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Who Is At Risk for Endocarditis?

Infective endocarditis (IE) is an uncommon condition that can affect both children and adults. It's more common in men than women.

IE typically affects people who have abnormal hearts or other conditions that put them at risk for the infection. Sometimes IE does affect people who were healthy before the infection.

Major Risk Factors

The germs that cause IE tend to attach and multiply on damaged, malformed, or artificial (man-made) heart valves and implanted medical devices. Certain conditions put you at higher risk for IE. These include:

  • Congenital heart defects (defects that are present at birth). Examples include a malformed heart or abnormal heart valves.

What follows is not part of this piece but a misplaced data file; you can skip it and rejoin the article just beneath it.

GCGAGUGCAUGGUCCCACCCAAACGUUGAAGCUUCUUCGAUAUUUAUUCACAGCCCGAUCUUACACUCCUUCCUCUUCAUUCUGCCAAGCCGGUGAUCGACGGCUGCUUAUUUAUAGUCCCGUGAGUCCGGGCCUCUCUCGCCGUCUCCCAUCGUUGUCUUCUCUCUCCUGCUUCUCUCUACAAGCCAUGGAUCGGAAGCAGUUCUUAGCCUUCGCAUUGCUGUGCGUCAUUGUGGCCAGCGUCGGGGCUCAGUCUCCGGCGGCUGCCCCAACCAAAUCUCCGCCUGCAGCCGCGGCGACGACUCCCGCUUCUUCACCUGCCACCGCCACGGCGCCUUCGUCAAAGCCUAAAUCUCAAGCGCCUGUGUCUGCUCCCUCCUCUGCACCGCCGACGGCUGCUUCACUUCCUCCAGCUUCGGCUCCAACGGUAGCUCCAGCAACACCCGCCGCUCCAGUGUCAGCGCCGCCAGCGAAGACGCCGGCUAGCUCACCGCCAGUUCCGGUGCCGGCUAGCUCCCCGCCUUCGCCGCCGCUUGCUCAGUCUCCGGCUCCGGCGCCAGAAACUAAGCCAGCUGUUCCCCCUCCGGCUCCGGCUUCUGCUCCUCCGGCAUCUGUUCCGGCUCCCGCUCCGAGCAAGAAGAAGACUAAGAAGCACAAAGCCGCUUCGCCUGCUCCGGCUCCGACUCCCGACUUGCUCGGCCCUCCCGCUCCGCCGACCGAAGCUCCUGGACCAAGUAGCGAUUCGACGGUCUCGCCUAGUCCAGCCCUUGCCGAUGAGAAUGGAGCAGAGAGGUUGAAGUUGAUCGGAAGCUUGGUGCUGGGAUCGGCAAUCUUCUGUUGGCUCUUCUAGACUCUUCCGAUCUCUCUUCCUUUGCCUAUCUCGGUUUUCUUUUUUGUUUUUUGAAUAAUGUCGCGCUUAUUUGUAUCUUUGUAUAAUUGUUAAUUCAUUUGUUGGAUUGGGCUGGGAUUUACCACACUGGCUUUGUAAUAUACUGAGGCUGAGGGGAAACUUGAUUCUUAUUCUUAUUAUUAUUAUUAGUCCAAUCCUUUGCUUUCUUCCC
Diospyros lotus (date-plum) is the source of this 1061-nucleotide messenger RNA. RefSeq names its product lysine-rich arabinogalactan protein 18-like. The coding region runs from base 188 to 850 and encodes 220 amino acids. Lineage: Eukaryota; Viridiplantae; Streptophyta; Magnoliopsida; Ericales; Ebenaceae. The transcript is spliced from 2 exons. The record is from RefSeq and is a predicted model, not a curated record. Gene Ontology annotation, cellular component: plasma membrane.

• Artificial heart valves, an implanted medical device in the heart (such as a pacemaker wire), or an intravenous (IV) catheter (tube) in a blood vessel for a long time.
  • Heart valves damaged by rheumatic fever or calcium deposits that cause age-related valve thickening. Scars in the heart from a previous case of IE also can damage heart valves.
  • IV drug use, especially if needles are shared or reused, contaminated substances are injected, or the skin isn't properly cleaned before injection.
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Endocarditis Clinical Trials

Clinical trials are research studies that explore whether a medical strategy, treatment, or device is safe and effective for humans. To find clinical trials that are currently underway for Endocarditis, visit www.clinicaltrials.gov.

 
October 01, 2010 Last Updated Icon

The NHLBI updates Health Topics articles on a biennial cycle based on a thorough review of research findings and new literature. The articles also are updated as needed if important new research is published. The date on each Health Topics article reflects when the content was originally posted or last revised.

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